The University Record, March 29, 1999

U hosts first Diplomat in Residence

By Rebecca A. Doyle

Dan Turnquist recently spoke to students in 'Labor Markets and Public Policy around the World.' Photo by Bob Kalmbach
Talking with students about "anything with an international focus" is what Dan Turnquist says is one of the two reasons he is here at the U-M on a two-year program from the U.S. Department of State, the first Diplomat in Residence at the University.

He is one of nine individuals currently assigned to U.S. universities, with counterparts at the University of California, Los Angeles; City University of New York; University of Colorado, Boulder; University of Arizona; Northwestern University; Howard University; and Spelman College.

The other reason for being here is to interest students in foreign service careers and to let everyone in the University community know about the opportunities in that area.

Turnquist, who speaks five languages, has been a guest lecturer in several classes fall and winter term, on such topics as international labor standards, industrial relations, trade unions as a political force and narcotics in other countries.

"This is a wonderful change from what I was doing," he says. Turnquist had some misgivings about moving to Ann Arbor from the varied sites he has been, but was pleasantly surprised by the cultural atmosphere and the academic environment. "I love Ann Arbor," he says.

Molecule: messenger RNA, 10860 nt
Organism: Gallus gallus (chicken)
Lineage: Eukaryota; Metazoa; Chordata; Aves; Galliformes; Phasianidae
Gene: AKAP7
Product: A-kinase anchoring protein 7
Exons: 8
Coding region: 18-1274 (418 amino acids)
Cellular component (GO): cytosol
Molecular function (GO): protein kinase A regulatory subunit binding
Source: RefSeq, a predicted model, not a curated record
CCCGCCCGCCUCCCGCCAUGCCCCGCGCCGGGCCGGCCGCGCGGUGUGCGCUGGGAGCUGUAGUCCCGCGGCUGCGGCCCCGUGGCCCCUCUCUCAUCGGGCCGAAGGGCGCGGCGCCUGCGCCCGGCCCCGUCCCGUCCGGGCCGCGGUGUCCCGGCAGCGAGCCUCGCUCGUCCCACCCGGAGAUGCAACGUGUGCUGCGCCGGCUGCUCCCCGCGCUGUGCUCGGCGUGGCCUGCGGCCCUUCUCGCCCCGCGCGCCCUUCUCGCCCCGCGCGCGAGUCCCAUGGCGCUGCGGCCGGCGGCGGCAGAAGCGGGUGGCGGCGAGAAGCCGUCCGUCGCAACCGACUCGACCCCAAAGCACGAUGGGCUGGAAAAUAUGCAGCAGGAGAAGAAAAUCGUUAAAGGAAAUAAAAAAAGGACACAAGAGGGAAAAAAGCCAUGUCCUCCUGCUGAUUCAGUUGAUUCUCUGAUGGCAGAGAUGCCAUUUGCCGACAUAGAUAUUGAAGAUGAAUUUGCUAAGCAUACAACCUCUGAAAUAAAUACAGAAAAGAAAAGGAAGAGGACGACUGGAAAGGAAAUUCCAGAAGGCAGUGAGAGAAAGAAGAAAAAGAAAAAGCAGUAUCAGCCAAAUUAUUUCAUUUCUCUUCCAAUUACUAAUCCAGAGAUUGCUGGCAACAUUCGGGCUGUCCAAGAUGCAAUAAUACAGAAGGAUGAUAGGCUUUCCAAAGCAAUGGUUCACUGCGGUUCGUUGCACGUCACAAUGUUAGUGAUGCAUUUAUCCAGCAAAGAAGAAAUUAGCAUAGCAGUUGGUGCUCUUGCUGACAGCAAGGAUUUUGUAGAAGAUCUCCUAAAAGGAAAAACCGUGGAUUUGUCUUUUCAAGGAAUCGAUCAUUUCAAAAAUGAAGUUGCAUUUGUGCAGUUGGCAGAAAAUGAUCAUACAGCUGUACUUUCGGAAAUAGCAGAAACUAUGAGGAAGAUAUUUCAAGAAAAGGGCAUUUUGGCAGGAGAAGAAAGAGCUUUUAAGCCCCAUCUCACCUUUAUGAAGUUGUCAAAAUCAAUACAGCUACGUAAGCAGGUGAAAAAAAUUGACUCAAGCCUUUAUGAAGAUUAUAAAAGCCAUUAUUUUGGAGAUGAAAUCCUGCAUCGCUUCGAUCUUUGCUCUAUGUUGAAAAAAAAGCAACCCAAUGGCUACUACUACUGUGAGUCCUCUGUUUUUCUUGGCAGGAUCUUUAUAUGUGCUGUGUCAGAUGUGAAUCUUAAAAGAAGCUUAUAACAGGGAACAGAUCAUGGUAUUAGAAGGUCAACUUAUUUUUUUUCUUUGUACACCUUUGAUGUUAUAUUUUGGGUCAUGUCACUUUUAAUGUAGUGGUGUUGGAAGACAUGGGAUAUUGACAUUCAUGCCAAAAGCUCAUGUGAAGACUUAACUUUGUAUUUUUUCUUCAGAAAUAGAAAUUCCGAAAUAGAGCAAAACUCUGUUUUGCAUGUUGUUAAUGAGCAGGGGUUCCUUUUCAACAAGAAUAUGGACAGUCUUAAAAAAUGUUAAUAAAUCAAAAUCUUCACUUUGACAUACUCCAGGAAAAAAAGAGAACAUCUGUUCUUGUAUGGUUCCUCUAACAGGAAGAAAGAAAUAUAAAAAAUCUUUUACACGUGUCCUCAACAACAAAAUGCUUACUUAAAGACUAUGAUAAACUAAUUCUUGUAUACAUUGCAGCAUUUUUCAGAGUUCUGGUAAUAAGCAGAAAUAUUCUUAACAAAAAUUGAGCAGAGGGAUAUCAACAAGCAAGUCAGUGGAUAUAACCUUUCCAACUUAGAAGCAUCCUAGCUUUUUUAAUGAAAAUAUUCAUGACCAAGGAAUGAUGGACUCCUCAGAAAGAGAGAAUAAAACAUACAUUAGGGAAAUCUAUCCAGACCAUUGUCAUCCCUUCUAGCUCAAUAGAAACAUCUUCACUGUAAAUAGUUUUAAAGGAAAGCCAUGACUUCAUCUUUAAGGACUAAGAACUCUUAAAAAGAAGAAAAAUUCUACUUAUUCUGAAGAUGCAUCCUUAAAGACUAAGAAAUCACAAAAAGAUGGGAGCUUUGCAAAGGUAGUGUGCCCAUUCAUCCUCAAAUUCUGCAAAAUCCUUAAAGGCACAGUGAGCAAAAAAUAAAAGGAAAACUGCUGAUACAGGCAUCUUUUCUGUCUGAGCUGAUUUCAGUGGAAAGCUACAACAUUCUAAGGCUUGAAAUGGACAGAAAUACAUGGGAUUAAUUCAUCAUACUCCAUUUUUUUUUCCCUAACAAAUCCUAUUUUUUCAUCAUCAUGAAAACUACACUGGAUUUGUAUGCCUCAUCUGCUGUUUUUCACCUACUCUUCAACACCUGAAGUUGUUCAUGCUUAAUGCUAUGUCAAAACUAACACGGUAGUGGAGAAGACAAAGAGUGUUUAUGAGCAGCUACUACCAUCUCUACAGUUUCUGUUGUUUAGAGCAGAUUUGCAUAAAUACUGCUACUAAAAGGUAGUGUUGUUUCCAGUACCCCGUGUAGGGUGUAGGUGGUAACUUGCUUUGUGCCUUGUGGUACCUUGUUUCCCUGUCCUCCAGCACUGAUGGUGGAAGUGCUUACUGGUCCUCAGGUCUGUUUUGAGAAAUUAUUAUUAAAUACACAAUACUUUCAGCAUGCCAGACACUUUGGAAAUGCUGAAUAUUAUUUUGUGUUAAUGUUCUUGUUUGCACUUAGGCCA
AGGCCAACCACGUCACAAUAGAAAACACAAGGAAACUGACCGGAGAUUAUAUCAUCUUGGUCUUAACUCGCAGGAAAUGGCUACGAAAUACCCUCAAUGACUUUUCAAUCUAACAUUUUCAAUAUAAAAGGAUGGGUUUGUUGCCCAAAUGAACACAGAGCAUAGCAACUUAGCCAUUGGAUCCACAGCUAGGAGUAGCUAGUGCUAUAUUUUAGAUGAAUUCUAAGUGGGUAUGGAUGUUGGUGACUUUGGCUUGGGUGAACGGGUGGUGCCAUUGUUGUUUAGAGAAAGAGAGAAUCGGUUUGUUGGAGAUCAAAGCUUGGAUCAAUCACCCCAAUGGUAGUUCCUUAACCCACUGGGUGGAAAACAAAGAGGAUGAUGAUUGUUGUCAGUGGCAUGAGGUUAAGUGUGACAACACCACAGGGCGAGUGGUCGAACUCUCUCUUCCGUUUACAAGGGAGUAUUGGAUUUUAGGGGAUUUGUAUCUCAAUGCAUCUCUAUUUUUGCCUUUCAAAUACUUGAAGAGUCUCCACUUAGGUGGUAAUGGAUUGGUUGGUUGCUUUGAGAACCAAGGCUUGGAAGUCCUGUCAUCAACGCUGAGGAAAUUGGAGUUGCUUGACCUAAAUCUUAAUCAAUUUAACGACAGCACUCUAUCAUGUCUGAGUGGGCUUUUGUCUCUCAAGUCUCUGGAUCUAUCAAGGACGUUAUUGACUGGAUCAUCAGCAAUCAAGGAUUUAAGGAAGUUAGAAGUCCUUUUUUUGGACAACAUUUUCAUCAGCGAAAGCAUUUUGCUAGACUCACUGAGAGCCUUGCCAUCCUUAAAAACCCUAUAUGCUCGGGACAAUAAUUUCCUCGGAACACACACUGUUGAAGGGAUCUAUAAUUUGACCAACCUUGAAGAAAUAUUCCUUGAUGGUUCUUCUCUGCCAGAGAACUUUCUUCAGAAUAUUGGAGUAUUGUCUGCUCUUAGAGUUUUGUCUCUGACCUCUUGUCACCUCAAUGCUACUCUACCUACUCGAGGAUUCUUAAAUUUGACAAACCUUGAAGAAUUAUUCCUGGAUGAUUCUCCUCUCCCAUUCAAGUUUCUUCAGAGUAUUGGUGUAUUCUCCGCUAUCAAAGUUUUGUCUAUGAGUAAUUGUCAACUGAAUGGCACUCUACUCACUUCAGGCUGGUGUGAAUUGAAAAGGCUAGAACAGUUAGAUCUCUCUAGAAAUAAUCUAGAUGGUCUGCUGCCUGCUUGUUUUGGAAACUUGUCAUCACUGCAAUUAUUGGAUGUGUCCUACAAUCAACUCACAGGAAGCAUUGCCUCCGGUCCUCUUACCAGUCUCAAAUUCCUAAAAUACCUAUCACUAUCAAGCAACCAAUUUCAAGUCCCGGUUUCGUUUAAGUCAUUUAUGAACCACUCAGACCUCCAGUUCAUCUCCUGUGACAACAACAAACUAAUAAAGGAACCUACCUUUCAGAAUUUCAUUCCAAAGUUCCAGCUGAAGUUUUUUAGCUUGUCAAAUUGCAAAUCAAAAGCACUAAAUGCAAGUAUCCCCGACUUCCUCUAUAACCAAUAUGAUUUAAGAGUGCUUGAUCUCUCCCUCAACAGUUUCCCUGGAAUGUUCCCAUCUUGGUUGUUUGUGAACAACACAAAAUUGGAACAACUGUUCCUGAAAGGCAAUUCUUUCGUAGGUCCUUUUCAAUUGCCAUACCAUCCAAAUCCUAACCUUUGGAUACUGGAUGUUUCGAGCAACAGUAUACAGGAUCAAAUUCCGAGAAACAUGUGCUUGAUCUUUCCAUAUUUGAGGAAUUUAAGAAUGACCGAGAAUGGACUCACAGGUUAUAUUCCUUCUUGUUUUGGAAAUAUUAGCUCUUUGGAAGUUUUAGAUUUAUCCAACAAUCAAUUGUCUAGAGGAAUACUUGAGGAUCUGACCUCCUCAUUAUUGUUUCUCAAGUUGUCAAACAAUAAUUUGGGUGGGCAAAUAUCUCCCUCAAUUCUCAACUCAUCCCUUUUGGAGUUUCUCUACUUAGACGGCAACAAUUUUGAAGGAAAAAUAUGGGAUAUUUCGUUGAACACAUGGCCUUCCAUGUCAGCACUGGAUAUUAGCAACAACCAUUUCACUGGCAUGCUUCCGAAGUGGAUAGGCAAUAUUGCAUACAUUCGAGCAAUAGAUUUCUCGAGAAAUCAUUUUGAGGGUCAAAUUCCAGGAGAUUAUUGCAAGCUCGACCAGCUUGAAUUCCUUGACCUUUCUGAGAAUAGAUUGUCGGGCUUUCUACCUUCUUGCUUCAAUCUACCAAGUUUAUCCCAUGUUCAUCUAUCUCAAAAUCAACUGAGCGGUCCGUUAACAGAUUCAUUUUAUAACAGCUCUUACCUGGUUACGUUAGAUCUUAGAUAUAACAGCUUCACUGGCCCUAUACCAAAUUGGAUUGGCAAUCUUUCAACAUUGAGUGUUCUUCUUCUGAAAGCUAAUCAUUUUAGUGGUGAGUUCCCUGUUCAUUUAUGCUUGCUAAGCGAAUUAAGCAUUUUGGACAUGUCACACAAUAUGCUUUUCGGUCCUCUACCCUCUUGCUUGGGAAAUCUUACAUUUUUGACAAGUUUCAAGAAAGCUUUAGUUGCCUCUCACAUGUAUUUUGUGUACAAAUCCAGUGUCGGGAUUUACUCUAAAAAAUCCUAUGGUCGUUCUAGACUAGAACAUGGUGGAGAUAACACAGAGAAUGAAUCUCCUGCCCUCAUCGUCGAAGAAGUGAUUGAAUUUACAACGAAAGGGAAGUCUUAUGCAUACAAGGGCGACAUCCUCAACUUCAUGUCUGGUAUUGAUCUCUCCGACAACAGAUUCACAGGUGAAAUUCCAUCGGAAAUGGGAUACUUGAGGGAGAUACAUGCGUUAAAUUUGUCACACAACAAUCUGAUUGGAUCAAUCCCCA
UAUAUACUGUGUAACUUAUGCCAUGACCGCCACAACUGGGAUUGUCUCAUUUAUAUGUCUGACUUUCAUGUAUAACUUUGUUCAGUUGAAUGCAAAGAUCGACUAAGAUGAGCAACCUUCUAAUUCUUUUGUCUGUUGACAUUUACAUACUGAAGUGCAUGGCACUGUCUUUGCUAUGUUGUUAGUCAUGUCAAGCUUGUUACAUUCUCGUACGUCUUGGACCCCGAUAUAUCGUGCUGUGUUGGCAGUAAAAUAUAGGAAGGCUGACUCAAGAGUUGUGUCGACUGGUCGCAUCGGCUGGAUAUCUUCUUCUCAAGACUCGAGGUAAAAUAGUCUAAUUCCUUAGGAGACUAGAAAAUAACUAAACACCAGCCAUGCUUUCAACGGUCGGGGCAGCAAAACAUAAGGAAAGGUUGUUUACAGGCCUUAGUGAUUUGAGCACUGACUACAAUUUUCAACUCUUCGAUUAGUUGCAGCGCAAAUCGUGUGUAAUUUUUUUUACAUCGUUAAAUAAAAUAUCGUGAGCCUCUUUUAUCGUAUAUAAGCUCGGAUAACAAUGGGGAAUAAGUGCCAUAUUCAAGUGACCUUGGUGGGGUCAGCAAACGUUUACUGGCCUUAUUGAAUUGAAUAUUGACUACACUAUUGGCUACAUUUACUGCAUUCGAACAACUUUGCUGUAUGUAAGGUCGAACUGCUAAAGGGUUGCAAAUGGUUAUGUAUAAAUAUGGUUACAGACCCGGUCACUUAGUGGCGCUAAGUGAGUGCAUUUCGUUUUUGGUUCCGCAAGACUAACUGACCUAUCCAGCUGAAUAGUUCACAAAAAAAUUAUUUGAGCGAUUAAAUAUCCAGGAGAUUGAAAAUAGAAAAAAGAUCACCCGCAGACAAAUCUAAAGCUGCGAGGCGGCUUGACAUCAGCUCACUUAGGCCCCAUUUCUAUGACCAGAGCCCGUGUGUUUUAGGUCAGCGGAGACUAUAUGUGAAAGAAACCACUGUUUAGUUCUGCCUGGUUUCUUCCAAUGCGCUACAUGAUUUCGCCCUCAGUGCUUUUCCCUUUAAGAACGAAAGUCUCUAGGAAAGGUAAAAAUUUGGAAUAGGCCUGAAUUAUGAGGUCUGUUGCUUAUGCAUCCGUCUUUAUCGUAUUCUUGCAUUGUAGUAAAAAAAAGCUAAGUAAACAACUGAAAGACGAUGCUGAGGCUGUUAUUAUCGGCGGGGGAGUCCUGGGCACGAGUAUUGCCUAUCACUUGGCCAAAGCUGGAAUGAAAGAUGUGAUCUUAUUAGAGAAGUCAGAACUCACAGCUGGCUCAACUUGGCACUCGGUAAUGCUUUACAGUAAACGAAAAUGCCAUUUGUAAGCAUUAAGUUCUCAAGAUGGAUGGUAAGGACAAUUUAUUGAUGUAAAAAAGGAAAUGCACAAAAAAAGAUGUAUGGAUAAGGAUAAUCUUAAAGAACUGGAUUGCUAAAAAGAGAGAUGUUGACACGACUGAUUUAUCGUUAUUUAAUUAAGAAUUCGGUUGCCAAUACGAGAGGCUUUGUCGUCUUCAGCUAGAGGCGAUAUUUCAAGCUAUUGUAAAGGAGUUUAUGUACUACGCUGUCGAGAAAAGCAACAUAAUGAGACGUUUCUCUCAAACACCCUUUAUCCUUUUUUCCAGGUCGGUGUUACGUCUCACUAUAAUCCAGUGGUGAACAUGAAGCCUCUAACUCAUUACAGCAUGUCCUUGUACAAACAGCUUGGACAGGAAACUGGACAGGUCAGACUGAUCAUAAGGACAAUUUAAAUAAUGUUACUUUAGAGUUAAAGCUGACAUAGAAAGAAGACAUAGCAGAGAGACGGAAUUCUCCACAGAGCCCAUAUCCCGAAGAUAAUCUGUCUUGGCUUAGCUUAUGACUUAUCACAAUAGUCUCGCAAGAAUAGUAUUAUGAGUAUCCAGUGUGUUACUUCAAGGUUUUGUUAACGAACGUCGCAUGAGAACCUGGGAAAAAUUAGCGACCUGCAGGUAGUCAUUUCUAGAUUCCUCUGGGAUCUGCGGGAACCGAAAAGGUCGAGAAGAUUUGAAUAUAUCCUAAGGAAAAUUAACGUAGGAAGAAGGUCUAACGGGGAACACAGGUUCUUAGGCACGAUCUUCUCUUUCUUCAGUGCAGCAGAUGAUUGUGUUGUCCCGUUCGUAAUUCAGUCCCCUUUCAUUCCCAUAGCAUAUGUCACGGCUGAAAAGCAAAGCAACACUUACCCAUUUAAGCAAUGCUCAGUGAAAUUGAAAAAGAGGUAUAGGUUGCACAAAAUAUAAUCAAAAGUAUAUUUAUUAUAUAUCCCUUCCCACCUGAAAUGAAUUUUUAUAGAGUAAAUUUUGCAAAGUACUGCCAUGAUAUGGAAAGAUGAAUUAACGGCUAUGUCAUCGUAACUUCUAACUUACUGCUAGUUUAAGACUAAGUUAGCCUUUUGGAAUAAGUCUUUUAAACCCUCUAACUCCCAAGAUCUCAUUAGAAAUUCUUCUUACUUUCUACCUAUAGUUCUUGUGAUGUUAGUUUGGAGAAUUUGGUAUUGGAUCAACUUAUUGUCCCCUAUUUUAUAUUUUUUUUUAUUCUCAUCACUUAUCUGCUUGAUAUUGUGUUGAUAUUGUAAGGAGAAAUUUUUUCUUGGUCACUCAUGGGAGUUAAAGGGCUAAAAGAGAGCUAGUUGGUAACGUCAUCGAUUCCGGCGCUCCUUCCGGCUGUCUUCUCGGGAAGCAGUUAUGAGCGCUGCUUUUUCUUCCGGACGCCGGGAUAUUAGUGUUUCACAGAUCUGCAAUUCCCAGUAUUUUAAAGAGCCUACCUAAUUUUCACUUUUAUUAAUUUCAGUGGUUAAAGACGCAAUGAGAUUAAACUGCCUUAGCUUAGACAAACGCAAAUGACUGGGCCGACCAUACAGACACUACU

The Ann Arbor environment is a far cry from some of the assignments he has had over the past 30 years. He has spent time in Mexico, Guatemala, Nicaragua, Venezuela, Sweden, France, Germany, England and Belgium. Much of his time was spent on labor and trade issues in those countries, but he also was in Nicaragua during the earthquake, and in Brussels at the end of the Cold War.

One of the most satisfying assignments he has had, he says, was during the re-unification in Germany.

"We were looking at the whole process," he says. "Without the free market, there is no pricing mechanism, and it is impossible to make a rational decision on values." Because the cost of goods had been controlled for so long, Turnquist notes, when the free market concept was put into practice, prices of consumables changed drastically. "That is one reason why East Germany was so much worse than anyone had imagined."

Turnquist is assigned to his U-M post until the summer of 2000, and would be happy to talk to individuals or classes about his experiences and knowledge. Office space has been provided by the School of Public Policy, and he can be reached by e-mail at danturn@umich.edu.